Many also felt that the Dalgety climate was too harsh and that most of the older Federal Members would not survive their first Dalgety winter.
William Morris Hughes, who had taken a dip in the Snowy River at Dalgety in 1902, said that he had "never been the same man since".
George Reid, at this late stage, said that it had been the clear intention of the 1899 Premiers conference that the federal capital should be as close as possible to the agreed 160-kilometre distance from Sydney. He again argued for Lyndhurst.
The New South Wales Government was in no mood to give in.
There were murmurs that the Constitution should be amended so that Sydney could be made the federal capital.
Dalgety was regarded as a "Victorian site".
Prime Minister Alfred Deakin had never been overly enthusiastic about the "bush capital" idea, and he had no desire to tackle this volatile early issue of Commonwealth versus State rights.
Inevitably, a bitter stalemate resulted.
Apart from the Queanbeyan submission in 1899, the Canberra district was not seriously considered until 1907.
In that year a number of Federal Members from New South Wales passed through the district on a fishing holiday and many of them (including the Labor Party leader and former Prime Minister John Christian Watson) were taken by its possibilities as a capital city site.
Their enthusiasm brought Canberra forward as a genuine contender.
In September 1908, having recognised that Dalgety was always going to be unacceptable to New South Wales, Parliament substituted Yass Canberra for Dalgety.
Early in 1909, the Yass-Canberra district was surveyed and Canberra was found to be the most suitable site.
Canberra, then as now, had its detractors but there was also a great sense of relief that a broadly acceptable site had been decided upon.
The Commonwealth and New South Wales Governments agreed in October 1909 to the transfer of about 2330 square kilometres.
The agreement included 1620 hectares of land at Jervis Bay and an additional allocation for defence purposes.
The Commonwealth had the right to construct, maintain and operate a railway from Canberra to Jervis Bay.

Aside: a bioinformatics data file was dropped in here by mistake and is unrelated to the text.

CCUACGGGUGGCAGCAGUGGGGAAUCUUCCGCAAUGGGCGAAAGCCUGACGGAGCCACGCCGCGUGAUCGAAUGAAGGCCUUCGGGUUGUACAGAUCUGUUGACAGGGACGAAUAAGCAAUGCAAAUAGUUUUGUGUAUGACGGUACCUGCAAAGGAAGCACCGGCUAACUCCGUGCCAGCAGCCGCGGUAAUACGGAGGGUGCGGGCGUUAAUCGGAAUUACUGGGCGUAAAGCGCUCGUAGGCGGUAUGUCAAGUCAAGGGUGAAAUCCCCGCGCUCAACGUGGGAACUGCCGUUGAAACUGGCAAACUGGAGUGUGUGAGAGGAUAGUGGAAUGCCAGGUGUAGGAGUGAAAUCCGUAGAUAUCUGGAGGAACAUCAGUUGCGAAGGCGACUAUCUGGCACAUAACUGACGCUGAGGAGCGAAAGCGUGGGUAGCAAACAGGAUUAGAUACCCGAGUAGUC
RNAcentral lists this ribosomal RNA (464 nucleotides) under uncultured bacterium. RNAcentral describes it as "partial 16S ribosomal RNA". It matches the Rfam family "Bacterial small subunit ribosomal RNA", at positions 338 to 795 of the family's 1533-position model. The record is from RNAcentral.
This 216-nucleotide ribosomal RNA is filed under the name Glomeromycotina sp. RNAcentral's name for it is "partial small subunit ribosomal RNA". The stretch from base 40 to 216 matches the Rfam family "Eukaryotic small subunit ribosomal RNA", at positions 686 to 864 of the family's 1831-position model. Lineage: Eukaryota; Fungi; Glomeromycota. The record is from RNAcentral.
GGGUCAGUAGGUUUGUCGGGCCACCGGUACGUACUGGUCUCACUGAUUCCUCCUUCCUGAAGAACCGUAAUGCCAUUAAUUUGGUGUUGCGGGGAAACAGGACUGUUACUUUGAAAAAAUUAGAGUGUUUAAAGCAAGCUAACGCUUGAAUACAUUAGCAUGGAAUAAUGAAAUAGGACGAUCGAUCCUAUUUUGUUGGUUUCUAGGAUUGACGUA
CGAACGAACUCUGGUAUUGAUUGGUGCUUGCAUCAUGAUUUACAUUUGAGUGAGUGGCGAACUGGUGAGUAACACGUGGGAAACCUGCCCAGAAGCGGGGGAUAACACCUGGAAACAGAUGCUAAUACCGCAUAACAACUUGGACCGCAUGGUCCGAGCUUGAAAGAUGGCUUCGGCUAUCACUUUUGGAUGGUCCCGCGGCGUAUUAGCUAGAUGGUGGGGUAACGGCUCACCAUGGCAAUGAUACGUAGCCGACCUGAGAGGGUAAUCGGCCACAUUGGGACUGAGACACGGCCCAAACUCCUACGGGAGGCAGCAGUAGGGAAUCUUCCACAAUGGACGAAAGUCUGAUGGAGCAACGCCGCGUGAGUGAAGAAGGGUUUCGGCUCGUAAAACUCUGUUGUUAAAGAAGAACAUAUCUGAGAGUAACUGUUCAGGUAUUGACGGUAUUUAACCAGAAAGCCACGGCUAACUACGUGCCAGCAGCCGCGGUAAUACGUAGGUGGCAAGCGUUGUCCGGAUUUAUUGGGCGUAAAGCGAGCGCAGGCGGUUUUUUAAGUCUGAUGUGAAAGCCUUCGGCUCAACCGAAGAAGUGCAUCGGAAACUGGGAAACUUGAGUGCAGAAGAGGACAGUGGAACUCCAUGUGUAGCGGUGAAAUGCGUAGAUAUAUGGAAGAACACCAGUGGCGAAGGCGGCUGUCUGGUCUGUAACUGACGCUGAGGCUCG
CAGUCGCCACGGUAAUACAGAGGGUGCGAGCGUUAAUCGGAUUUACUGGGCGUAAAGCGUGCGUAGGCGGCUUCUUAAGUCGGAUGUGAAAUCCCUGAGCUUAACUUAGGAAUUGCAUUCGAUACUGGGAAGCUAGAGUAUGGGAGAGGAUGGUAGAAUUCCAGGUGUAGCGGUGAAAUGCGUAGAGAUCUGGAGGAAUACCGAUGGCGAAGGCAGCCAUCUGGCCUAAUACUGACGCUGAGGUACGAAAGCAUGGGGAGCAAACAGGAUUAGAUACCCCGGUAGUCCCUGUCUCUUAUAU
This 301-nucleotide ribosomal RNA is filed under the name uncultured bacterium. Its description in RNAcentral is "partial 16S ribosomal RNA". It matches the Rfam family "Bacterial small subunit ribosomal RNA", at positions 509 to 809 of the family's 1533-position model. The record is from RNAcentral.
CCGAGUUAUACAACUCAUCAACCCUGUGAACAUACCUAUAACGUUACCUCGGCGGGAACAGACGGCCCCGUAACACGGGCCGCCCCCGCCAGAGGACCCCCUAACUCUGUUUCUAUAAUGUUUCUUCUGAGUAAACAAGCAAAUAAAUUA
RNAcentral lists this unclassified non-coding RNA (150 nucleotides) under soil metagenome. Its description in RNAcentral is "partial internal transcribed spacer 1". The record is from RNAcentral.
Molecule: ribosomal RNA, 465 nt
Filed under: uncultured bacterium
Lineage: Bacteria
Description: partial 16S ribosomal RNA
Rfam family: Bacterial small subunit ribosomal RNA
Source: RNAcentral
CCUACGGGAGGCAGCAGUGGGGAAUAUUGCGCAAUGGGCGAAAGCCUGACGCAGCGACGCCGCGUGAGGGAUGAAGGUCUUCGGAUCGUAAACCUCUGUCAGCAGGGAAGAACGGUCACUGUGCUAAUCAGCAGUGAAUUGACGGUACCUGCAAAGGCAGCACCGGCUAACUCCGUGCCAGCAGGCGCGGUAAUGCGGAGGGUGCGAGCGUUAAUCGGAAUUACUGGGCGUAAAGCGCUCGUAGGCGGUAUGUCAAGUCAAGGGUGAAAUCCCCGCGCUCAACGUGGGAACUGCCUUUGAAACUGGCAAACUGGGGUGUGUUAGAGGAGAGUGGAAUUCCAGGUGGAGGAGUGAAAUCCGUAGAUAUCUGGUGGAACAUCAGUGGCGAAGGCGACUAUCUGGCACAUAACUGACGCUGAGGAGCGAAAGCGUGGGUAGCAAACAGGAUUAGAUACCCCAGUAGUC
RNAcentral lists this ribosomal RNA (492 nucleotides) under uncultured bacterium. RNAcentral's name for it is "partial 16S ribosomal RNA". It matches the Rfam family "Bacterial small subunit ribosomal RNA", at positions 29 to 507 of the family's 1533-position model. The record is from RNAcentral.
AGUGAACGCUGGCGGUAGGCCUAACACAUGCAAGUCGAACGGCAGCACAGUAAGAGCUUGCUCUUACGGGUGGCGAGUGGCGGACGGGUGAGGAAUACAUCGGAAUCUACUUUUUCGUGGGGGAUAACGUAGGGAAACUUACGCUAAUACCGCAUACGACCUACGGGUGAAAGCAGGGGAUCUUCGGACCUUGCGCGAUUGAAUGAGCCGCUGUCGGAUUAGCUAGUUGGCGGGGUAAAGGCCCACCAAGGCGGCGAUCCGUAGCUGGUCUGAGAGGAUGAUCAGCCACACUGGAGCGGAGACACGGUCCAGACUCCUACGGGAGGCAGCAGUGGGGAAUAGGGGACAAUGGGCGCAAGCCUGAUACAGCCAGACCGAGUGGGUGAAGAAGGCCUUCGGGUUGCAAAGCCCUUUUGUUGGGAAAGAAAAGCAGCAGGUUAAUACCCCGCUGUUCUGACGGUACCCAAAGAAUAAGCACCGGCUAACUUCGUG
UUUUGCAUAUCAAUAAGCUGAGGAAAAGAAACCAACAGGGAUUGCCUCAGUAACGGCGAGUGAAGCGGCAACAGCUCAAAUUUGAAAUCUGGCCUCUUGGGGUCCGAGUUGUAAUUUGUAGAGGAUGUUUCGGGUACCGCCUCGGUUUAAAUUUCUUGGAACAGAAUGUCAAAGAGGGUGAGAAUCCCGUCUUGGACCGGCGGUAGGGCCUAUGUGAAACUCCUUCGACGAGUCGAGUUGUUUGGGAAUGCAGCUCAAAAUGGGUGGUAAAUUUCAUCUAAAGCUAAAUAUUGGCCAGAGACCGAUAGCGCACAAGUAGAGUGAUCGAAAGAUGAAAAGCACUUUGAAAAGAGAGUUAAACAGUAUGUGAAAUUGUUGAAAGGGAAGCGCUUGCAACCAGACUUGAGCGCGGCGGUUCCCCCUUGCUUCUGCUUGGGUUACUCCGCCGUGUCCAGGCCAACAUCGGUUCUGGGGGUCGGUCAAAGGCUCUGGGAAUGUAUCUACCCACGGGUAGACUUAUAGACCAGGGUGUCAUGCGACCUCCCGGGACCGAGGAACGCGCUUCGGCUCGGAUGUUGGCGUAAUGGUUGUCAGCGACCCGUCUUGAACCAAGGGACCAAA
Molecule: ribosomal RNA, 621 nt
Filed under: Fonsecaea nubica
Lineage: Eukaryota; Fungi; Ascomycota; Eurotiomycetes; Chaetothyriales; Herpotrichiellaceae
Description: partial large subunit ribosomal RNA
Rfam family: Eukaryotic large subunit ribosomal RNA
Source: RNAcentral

If the Commonwealth wanted a rail connection to the north, New South Wales agreed to build a connecting line from Yass to the Territory's northern border.
Territorial use of the Snowy River for power generation and paramount water rights" over the catchment of the Molonglo and Queanbeyan rivers and their tributaries were assured.
New South Wales also agreed to protect those waters from pollution and to seek Commonwealth consent for any sale, lease or occupation which involved land in the catchment area.
About 810 hectares of this land was then or later purchased from the former owners at a cost of almost £725,000. It included such major rural properties as Acton, Duntroon, Yarralumla, Gungahlin, Tidbinbilla, Tuggeranong and Uriarra.
This agreement was ratified by the Commonwealth Seat of Government Acceptance Act 1909 and the New South Wales of Government Surrender Act 1909.
Rather than trying to synchronise the passing of this legislation, h was agreed that the Commonwealth would issue a proclamation indicating the date on which these two Acts were to come into effect.
The Commonwealth Government decided to delay the proclamation during 1910.
Prime Minister Andrew Fisher explained to the New South Wales Premier in June 1910 that the Commonwealth still needed to settle "the question of what machinery must be provided for the purposes of government before the Commonwealth takes over absolute control of the Territory". Given subsequent Canberra history, there is more than a touch of irony in Fisher's statement.
In late 1910 the Commonwealth Government issued the long-a-waited proclamation.
After a decade of indecision and hesitation, the Federal Capital Territory legally came into being as a federal territory, under Commonwealth control, on January 1, 1911.
The massive task of building a great national capital was finally ready to begin.